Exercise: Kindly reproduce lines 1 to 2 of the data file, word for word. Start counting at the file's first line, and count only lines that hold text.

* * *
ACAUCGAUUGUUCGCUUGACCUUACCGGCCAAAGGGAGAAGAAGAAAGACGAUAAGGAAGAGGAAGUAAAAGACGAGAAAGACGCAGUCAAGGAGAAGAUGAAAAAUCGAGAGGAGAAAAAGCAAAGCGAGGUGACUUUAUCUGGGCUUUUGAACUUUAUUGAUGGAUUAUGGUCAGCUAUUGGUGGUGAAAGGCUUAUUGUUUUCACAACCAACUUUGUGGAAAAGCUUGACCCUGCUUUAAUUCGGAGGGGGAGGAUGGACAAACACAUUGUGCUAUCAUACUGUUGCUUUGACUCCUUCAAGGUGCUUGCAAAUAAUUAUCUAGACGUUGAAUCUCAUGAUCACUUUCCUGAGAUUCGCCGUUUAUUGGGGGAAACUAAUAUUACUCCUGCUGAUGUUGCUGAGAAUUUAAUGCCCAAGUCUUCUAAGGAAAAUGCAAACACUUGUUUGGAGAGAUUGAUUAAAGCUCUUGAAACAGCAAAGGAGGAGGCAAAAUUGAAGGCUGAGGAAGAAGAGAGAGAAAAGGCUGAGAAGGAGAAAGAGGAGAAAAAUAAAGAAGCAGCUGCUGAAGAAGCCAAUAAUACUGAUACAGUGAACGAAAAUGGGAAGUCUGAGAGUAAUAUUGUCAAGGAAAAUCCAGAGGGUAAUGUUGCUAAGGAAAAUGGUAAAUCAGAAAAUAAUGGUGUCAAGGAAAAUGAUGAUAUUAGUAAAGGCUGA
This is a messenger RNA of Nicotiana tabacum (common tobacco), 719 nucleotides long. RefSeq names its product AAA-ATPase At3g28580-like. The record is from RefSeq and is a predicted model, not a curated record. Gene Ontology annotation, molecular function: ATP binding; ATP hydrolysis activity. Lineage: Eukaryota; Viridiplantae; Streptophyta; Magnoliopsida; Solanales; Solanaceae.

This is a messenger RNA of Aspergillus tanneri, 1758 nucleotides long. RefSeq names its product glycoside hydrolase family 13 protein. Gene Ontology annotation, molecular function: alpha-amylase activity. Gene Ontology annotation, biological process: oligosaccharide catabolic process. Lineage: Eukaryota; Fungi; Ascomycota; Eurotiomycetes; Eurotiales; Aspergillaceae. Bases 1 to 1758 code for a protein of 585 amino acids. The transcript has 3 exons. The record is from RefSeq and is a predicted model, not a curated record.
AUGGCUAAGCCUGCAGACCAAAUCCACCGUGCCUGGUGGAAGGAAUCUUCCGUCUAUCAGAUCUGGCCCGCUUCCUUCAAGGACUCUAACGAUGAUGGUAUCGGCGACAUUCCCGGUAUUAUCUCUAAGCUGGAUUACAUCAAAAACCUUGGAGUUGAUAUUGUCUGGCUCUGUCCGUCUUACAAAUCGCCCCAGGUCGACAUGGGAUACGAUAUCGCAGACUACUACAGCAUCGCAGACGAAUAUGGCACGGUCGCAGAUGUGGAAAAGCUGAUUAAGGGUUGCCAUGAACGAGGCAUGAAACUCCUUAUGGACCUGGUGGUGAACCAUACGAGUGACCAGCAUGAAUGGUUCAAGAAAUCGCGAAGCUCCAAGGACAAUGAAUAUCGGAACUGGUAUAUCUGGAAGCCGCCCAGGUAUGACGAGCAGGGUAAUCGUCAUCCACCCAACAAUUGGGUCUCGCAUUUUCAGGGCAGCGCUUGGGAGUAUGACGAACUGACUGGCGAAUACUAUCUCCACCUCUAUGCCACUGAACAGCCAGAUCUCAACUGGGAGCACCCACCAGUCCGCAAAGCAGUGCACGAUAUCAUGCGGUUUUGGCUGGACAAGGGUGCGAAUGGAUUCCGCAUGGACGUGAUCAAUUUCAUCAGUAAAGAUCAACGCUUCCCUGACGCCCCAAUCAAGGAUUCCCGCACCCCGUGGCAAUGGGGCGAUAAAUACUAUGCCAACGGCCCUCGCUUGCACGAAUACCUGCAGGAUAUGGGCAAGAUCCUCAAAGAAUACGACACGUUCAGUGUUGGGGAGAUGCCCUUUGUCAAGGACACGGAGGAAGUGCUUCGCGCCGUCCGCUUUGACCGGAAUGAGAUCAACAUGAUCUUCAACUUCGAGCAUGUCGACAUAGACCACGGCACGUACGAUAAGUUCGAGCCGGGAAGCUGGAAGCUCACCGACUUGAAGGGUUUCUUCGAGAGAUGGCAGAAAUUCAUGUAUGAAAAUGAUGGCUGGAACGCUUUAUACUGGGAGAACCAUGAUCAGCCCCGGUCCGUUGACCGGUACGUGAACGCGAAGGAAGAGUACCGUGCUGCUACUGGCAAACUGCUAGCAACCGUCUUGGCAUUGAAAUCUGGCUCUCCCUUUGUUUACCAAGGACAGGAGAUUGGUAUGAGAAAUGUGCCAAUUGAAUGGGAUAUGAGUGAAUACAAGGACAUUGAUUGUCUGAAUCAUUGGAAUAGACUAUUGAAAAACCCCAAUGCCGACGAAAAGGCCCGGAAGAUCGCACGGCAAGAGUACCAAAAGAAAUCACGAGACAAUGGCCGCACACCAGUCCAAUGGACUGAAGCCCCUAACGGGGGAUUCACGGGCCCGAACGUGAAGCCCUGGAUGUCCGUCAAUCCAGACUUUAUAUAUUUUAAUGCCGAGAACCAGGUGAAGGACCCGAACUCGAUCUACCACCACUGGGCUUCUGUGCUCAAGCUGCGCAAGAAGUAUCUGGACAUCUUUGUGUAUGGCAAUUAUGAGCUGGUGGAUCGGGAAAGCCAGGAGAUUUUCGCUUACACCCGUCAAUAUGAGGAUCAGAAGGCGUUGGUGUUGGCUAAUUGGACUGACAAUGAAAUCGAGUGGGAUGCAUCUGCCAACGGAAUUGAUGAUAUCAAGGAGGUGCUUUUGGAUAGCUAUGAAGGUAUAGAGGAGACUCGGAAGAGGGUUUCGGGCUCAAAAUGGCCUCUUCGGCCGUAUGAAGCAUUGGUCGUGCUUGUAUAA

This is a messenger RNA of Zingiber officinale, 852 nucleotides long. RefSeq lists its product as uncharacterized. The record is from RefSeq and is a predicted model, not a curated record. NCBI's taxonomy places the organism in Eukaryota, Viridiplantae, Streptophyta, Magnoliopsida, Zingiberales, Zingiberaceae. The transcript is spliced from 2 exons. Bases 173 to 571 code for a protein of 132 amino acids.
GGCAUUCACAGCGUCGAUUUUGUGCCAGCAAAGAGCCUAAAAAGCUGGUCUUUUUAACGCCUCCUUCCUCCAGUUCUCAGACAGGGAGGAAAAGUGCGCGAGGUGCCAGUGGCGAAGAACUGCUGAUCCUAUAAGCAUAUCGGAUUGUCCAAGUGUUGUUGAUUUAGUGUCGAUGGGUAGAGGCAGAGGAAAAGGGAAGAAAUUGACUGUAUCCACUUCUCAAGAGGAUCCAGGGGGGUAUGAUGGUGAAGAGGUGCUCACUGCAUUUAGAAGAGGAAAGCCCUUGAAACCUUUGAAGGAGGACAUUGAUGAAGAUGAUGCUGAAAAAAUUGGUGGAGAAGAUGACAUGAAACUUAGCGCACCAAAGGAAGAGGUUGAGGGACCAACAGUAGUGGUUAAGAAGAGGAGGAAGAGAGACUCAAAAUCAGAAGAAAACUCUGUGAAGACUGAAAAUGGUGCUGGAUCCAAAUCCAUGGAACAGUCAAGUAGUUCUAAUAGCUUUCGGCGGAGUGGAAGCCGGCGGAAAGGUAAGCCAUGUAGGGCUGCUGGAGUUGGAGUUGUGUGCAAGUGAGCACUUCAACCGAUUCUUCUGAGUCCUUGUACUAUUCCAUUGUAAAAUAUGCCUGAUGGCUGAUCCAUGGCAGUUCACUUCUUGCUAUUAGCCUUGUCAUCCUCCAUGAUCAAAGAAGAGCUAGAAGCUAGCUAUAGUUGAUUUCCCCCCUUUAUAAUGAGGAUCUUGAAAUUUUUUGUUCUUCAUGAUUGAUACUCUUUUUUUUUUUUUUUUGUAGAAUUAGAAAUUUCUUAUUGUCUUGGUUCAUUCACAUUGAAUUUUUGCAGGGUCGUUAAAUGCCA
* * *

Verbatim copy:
ACAUCGAUUGUUCGCUUGACCUUACCGGCCAAAGGGAGAAGAAGAAAGACGAUAAGGAAGAGGAAGUAAAAGACGAGAAAGACGCAGUCAAGGAGAAGAUGAAAAAUCGAGAGGAGAAAAAGCAAAGCGAGGUGACUUUAUCUGGGCUUUUGAACUUUAUUGAUGGAUUAUGGUCAGCUAUUGGUGGUGAAAGGCUUAUUGUUUUCACAACCAACUUUGUGGAAAAGCUUGACCCUGCUUUAAUUCGGAGGGGGAGGAUGGACAAACACAUUGUGCUAUCAUACUGUUGCUUUGACUCCUUCAAGGUGCUUGCAAAUAAUUAUCUAGACGUUGAAUCUCAUGAUCACUUUCCUGAGAUUCGCCGUUUAUUGGGGGAAACUAAUAUUACUCCUGCUGAUGUUGCUGAGAAUUUAAUGCCCAAGUCUUCUAAGGAAAAUGCAAACACUUGUUUGGAGAGAUUGAUUAAAGCUCUUGAAACAGCAAAGGAGGAGGCAAAAUUGAAGGCUGAGGAAGAAGAGAGAGAAAAGGCUGAGAAGGAGAAAGAGGAGAAAAAUAAAGAAGCAGCUGCUGAAGAAGCCAAUAAUACUGAUACAGUGAACGAAAAUGGGAAGUCUGAGAGUAAUAUUGUCAAGGAAAAUCCAGAGGGUAAUGUUGCUAAGGAAAAUGGUAAAUCAGAAAAUAAUGGUGUCAAGGAAAAUGAUGAUAUUAGUAAAGGCUGA
This is a messenger RNA of Nicotiana tabacum (common tobacco), 719 nucleotides long. RefSeq names its product AAA-ATPase At3g28580-like. The record is from RefSeq and is a predicted model, not a curated record. Gene Ontology annotation, molecular function: ATP binding; ATP hydrolysis activity. Lineage: Eukaryota; Viridiplantae; Streptophyta; Magnoliopsida; Solanales; Solanaceae.